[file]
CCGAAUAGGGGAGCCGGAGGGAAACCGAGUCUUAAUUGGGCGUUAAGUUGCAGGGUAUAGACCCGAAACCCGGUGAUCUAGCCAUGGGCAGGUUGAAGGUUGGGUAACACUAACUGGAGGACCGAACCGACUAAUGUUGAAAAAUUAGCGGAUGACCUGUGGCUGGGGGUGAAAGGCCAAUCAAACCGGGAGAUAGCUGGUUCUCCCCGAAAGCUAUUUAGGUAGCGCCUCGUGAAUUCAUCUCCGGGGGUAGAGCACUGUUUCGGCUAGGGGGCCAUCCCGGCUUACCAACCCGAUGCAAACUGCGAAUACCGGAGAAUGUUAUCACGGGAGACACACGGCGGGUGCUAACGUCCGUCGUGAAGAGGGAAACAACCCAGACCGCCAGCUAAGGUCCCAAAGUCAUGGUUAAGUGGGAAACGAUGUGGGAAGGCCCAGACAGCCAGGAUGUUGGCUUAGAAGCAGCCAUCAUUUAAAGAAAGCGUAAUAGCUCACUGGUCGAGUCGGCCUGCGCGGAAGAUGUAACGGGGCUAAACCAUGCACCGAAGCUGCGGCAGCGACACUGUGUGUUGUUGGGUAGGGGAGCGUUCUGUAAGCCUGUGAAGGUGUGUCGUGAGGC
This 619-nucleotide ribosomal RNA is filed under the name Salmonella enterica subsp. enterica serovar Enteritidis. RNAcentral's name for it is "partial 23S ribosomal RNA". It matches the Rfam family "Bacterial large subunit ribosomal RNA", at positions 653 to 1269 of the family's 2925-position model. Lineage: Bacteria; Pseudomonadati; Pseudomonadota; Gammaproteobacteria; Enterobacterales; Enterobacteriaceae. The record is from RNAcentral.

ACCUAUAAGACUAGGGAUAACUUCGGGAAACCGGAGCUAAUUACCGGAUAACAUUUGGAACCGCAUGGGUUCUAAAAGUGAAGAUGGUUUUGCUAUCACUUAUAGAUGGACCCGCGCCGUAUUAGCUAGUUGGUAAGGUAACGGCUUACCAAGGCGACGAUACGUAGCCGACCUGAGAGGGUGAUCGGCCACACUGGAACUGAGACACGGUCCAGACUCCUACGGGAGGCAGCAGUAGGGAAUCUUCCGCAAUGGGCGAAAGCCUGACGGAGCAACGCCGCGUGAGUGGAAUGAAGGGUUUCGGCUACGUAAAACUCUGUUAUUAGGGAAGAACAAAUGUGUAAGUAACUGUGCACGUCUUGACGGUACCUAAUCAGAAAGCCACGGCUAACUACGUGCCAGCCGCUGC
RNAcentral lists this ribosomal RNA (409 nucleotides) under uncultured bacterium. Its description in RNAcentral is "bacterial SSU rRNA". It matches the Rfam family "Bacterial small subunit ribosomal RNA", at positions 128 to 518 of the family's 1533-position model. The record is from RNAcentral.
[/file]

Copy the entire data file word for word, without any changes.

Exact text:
CCGAAUAGGGGAGCCGGAGGGAAACCGAGUCUUAAUUGGGCGUUAAGUUGCAGGGUAUAGACCCGAAACCCGGUGAUCUAGCCAUGGGCAGGUUGAAGGUUGGGUAACACUAACUGGAGGACCGAACCGACUAAUGUUGAAAAAUUAGCGGAUGACCUGUGGCUGGGGGUGAAAGGCCAAUCAAACCGGGAGAUAGCUGGUUCUCCCCGAAAGCUAUUUAGGUAGCGCCUCGUGAAUUCAUCUCCGGGGGUAGAGCACUGUUUCGGCUAGGGGGCCAUCCCGGCUUACCAACCCGAUGCAAACUGCGAAUACCGGAGAAUGUUAUCACGGGAGACACACGGCGGGUGCUAACGUCCGUCGUGAAGAGGGAAACAACCCAGACCGCCAGCUAAGGUCCCAAAGUCAUGGUUAAGUGGGAAACGAUGUGGGAAGGCCCAGACAGCCAGGAUGUUGGCUUAGAAGCAGCCAUCAUUUAAAGAAAGCGUAAUAGCUCACUGGUCGAGUCGGCCUGCGCGGAAGAUGUAACGGGGCUAAACCAUGCACCGAAGCUGCGGCAGCGACACUGUGUGUUGUUGGGUAGGGGAGCGUUCUGUAAGCCUGUGAAGGUGUGUCGUGAGGC
This 619-nucleotide ribosomal RNA is filed under the name Salmonella enterica subsp. enterica serovar Enteritidis. RNAcentral's name for it is "partial 23S ribosomal RNA". It matches the Rfam family "Bacterial large subunit ribosomal RNA", at positions 653 to 1269 of the family's 2925-position model. Lineage: Bacteria; Pseudomonadati; Pseudomonadota; Gammaproteobacteria; Enterobacterales; Enterobacteriaceae. The record is from RNAcentral.

ACCUAUAAGACUAGGGAUAACUUCGGGAAACCGGAGCUAAUUACCGGAUAACAUUUGGAACCGCAUGGGUUCUAAAAGUGAAGAUGGUUUUGCUAUCACUUAUAGAUGGACCCGCGCCGUAUUAGCUAGUUGGUAAGGUAACGGCUUACCAAGGCGACGAUACGUAGCCGACCUGAGAGGGUGAUCGGCCACACUGGAACUGAGACACGGUCCAGACUCCUACGGGAGGCAGCAGUAGGGAAUCUUCCGCAAUGGGCGAAAGCCUGACGGAGCAACGCCGCGUGAGUGGAAUGAAGGGUUUCGGCUACGUAAAACUCUGUUAUUAGGGAAGAACAAAUGUGUAAGUAACUGUGCACGUCUUGACGGUACCUAAUCAGAAAGCCACGGCUAACUACGUGCCAGCCGCUGC
RNAcentral lists this ribosomal RNA (409 nucleotides) under uncultured bacterium. Its description in RNAcentral is "bacterial SSU rRNA". It matches the Rfam family "Bacterial small subunit ribosomal RNA", at positions 128 to 518 of the family's 1533-position model. The record is from RNAcentral.